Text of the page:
Research Original Research| Volume 115, ISSUE 10, P1614-1625, October 2015

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Reduced-Sodium Lunches Are Well-Accepted by Uninformed Consumers Over a 3-Week Period and Result in Decreased Daily Dietary Sodium Intakes: A Randomized Controlled Trial

Published:March 11, 2015DOI:



      Processed foods are major contributors to excessive sodium intake in Western populations. We investigated the effect of food reformulation on daily dietary sodium intake.


      To determine whether uninformed consumers accept reduced-sodium lunches and to determine the effect of consuming reduced-sodium lunches on 24-hour urinary sodium excretion.


      A single-blind randomized controlled pretest-posttest design with two parallel treatment groups was used.


      Participants chose foods in an experimental real-life canteen setting at the Restaurant of the Future in Wageningen, the Netherlands, from May 16 until July 1, 2011.


      After a run-in period with regular foods for both groups, the intervention group (n=36) consumed foods with 29% to 61% sodium reduction (some were partially flavor compensated). The control group (n=38) continued consuming regular foods.

      Main outcome measures

      Outcomes for assessment of acceptance were the amount of foods consumed, energy and sodium intake, remembered food liking, and intensity of sensory aspects. Influence on daily dietary sodium intake was assessed by 24-hour urinary sodium excretion.

      Statistical analyses performed

      Between and within-subject comparisons were assessed by analysis of covariance.


      Energy intake and amount consumed of each food category per lunch remained similar for both groups. Compared with the control group, the intervention group’s sodium intake per lunch was significantly reduced by –1,093 mg (adjusted difference) (95% CI –1,285 to –901), equivalent to 43 mmol sodium. Remembered food liking, taste intensity, and saltiness were scored similarly for almost all of the reduced-sodium foods compared with the regular foods. After consuming reduced-sodium lunches, compared with the control group, intervention participants’ 24-hour urinary sodium excretion was significantly lower by –40 mEq (adjusted difference) (95% CI –63 to –16) than after consuming regular lunches, and this reflects a decreased daily sodium intake of 1 g.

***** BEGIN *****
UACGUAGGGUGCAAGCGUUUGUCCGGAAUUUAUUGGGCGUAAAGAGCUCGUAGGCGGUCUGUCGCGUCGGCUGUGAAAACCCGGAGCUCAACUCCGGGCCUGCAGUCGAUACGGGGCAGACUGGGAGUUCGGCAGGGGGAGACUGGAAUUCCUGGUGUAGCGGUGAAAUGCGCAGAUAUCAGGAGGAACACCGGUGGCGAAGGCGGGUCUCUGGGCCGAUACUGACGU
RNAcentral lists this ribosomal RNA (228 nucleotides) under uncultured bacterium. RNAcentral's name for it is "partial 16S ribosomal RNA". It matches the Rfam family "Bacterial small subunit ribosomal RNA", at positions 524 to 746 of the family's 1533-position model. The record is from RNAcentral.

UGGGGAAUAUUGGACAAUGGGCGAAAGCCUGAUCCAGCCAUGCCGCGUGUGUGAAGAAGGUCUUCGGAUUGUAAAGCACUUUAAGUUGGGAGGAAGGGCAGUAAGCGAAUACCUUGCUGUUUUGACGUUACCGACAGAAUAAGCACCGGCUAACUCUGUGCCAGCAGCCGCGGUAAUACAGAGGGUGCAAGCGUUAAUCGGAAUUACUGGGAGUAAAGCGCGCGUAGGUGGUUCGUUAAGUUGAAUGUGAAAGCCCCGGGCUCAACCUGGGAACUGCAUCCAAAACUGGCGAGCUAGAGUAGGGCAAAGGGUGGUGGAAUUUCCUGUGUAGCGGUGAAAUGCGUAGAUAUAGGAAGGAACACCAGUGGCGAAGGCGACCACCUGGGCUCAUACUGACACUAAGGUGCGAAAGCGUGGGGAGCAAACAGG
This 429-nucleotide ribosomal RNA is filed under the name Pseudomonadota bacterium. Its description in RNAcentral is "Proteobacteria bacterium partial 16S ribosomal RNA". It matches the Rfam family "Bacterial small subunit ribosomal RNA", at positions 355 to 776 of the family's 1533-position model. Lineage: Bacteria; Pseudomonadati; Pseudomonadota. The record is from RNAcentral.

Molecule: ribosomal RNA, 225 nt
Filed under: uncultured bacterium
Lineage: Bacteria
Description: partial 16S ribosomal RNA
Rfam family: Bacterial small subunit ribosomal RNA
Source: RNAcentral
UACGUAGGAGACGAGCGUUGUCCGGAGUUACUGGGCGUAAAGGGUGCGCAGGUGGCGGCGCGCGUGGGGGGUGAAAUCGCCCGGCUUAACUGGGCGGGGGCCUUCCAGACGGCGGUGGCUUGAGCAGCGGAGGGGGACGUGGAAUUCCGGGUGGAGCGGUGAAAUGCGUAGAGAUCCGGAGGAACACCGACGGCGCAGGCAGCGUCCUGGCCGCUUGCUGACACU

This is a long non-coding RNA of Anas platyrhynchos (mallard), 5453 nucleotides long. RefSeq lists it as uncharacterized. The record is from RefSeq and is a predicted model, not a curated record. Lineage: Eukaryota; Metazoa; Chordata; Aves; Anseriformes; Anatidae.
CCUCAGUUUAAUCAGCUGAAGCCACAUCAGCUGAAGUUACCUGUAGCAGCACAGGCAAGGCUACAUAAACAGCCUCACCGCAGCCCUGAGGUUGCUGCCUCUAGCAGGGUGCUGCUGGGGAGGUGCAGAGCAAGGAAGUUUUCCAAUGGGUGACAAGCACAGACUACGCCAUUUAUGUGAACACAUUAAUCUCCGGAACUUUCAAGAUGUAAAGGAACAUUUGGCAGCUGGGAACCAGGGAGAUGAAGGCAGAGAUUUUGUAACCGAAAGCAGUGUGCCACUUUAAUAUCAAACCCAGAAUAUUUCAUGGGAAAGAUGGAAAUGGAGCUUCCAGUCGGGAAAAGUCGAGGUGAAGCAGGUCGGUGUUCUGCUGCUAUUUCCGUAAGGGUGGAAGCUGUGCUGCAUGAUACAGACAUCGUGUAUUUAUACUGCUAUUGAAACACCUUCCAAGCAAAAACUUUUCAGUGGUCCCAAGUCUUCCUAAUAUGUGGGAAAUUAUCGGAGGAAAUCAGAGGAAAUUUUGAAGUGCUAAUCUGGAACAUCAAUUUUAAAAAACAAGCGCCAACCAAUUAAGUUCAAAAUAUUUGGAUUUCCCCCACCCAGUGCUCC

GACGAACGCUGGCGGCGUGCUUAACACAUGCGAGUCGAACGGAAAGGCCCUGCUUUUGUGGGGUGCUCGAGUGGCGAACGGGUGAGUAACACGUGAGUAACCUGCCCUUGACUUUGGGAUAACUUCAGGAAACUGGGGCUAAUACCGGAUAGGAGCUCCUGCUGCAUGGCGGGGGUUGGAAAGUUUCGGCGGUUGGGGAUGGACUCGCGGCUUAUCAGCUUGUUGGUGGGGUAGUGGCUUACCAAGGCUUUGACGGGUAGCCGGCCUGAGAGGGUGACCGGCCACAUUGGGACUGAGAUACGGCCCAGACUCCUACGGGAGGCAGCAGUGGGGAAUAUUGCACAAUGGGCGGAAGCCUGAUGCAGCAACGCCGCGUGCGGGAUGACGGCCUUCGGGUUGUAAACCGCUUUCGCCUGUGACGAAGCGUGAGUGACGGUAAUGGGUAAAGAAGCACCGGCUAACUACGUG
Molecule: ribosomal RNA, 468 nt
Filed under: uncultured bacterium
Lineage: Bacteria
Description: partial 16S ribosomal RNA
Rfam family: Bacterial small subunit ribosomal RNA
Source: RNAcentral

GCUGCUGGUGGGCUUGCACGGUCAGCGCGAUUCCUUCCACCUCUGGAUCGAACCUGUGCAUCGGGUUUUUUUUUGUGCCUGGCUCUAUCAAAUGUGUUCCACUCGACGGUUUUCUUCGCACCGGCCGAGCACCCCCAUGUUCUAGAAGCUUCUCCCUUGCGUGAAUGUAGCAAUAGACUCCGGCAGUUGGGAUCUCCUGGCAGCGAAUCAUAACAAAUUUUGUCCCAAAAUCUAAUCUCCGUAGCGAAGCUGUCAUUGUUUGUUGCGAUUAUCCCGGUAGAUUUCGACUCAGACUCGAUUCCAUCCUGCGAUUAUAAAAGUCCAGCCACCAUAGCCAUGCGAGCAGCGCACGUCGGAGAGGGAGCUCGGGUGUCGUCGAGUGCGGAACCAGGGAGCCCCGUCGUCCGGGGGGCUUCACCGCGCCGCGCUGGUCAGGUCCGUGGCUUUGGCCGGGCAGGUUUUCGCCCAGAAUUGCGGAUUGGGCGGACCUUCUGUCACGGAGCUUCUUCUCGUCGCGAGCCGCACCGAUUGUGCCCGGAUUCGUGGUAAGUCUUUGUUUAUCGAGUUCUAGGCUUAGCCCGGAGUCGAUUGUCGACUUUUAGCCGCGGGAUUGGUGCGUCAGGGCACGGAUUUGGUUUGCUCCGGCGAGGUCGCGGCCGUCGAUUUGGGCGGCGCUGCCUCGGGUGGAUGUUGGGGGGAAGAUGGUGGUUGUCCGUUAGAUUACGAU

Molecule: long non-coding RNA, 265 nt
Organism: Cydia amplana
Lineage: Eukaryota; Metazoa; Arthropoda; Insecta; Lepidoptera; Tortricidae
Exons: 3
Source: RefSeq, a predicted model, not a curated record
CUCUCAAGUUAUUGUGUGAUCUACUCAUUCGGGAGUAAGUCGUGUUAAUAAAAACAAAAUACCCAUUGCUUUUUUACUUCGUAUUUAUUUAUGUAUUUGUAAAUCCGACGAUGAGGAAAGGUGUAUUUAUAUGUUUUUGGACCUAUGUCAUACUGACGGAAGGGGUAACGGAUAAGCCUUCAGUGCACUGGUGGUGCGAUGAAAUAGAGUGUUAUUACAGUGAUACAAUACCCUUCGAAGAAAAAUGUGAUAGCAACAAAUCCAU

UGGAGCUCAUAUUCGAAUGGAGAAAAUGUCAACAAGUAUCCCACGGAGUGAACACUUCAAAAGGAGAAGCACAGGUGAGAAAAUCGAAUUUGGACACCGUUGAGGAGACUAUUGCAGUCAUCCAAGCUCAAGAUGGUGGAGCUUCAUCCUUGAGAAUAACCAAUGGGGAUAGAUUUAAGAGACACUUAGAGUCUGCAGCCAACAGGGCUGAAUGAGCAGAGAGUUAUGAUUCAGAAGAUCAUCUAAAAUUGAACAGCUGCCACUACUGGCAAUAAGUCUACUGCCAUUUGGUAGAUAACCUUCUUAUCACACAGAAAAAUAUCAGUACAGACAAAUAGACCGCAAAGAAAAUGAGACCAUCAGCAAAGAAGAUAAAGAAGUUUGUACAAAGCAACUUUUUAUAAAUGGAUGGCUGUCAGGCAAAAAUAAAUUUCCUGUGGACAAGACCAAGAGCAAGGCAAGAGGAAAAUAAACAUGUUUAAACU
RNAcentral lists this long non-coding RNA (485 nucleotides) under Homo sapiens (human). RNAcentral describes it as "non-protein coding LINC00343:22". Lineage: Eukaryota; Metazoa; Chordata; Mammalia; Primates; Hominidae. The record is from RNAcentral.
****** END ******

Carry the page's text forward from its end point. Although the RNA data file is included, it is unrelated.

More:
Comparing the two treatment groups, consumption of reduced-sodium foods over a 3-week period was well accepted by the uninformed participants in an experimental real-life canteen setting. The reduced-sodium foods did not trigger compensation behavior during the remainder of the day in the intervention group compared with the control group, as reflected by 24-hour urinary sodium excretion. Therefore, offering reduced-sodium foods without explicitly informing consumers of the sodium reduction can contribute to daily sodium intake reduction.


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      A. M. Janssen is a senior scientist of consumer science, Food and Biobased Research Department, Wageningen University and Research Centre, the Netherlands.


      S. Kremer is a senior scientist of consumer science, Food and Biobased Research Department, Wageningen University and Research Centre, the Netherlands.


      W. L. van Stipriaan is a clinical trial assistant, Julius Clinical, Zeist, the Netherlands; at the time of the study, she was a fifth-year student, Division of Human Nutrition, Wageningen University, the Netherlands.


      M. W. J. Noort is a scientist of functional ingredients, TNO, Zeist, the Netherlands.


      J. H. M. de Vries is a nutritionist and an assistant professor, Division of Human Nutrition, Wageningen University, the Netherlands.


      E. H. M. Temme is a public health nutritionist, National Institute for Public Health and the Environment, Centre for Nutrition, Prevention, and Health Services, Bilthoven, the Netherlands.